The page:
Student’s autonomy or agency is an important enabler of productive learning in complex, unpredictable workplace environments. Student autonomy refers to a learner’s level of reflexivity (e.g. critical thinking) and capacity for deliberate and thoughtful action. Park defines this as “Learners’ degree of freedom and self-management ability in regard to determination of learning goal, process, and evaluation”.[3] Hitlin and Elder’s [4] definition of agency is also useful to understand learner autonomy as the capacity to act freely more or less spontaneously on and for their own in a range of situations (e.g. to make sense of an immediate situations, adapt to a specific context, respond to feedback, plan actions with long term implications).

Billett [5] shows how the intended curriculum in WPL can be made to support students become active and agentic learners, including by promoting inclusiveness, pedagogical approaches go beyond focusing exclusively on knowledge and skill and teacher control to align socio-cultural, emotional, cognitive with technical perspectives of WPL.

One of the potential benefits of mobile technology is the autonomy it can afford users to self-direct and regulate their learning,[6] Collective learning in WPL is no longer constrained to the workplace. Students’ use of mobile technology in WPL has the potential to develop their digital agency and enhance their learning by connecting with their online networks. It can also help students develop new professional and digital competencies (e.g. understanding of safe and ethical online conduct, appropriate networking and communicating online, filtering and critiquing information).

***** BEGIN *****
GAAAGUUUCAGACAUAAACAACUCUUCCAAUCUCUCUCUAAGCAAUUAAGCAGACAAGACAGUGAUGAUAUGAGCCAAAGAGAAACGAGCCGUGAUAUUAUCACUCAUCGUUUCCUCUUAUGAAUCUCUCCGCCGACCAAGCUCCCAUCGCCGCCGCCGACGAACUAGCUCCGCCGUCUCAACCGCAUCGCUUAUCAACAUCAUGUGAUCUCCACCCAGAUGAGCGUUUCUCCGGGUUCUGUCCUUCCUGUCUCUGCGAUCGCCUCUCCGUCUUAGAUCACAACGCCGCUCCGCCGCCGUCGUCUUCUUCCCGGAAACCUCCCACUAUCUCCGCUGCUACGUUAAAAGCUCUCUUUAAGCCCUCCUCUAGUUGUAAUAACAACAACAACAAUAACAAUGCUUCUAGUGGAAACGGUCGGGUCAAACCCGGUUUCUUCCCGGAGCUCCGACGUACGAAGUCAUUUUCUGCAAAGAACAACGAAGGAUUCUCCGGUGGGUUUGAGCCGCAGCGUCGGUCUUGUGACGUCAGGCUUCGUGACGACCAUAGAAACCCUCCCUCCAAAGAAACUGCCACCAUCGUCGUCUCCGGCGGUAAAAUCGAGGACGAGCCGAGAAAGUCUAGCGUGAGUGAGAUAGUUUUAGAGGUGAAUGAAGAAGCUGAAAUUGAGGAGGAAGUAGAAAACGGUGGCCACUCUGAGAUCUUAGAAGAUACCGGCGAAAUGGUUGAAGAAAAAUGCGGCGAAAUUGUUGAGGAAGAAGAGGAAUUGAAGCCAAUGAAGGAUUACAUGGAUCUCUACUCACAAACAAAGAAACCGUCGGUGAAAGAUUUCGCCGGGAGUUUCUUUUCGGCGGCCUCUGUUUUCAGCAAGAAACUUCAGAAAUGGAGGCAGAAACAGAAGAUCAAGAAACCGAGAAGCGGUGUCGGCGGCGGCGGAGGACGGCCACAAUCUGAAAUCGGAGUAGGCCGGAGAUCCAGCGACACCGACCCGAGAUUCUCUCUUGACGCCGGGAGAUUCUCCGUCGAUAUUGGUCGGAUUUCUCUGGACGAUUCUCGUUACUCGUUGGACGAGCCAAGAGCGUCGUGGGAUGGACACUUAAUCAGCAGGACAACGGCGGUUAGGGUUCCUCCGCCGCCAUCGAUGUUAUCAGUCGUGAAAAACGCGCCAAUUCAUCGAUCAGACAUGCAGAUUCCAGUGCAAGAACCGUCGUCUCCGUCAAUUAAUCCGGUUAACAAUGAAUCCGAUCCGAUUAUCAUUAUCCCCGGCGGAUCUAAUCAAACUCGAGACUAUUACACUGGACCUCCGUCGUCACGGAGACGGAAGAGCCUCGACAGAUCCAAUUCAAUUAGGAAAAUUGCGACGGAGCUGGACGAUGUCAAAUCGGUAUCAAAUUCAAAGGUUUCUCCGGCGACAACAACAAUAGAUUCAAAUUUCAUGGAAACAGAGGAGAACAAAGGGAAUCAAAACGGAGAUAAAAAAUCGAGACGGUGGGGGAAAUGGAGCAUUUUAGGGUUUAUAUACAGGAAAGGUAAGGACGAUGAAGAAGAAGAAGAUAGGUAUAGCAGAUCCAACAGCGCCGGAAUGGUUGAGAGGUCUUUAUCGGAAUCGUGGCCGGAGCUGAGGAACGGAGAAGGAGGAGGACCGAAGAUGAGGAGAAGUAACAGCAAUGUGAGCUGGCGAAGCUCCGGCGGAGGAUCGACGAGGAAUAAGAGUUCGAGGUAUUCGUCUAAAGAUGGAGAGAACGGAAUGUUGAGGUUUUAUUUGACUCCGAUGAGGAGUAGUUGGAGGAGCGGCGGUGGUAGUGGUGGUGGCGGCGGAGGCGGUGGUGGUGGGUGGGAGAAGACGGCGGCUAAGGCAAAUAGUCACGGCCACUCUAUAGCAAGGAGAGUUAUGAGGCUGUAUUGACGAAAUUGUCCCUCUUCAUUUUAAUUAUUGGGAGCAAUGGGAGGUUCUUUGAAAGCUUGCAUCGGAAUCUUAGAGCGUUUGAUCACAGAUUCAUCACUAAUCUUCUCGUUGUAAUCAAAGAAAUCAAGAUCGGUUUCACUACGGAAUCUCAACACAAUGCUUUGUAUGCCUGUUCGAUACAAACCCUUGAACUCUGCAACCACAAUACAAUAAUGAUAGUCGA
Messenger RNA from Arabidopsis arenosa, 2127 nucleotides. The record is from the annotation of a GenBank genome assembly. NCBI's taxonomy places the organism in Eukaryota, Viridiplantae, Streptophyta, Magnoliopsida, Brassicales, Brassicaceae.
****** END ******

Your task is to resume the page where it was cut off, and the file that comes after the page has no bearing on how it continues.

We are careful not to suggest, however, that the use of mobile technology for WPL is risk-free or always conducive to learning. WPL, as learning in situated practice environments, requires thoughtful moderation of activities and so does the integration of personal mobile technology in this context. For example, at times, being present on site cannot necessarily be replaced by being connected with mobile technology across settings. Sometimes it is crucial to be present to observe or perform a task.

Having said that, we would still argue that embedding students’ use of mobile technology during WPL can develop their understanding of how environmental factors shape professional practices and their capacity to find innovative solutions to future practice problems. This is the case because both mobile technology and WPL provide opportunities to learn across settings and bridge learning and work environments, they are grounded in social, discursive and collaborative learning, they provide opportunities to develop self-directed learning skills, and students’ capacities to respond to unplanned experiences.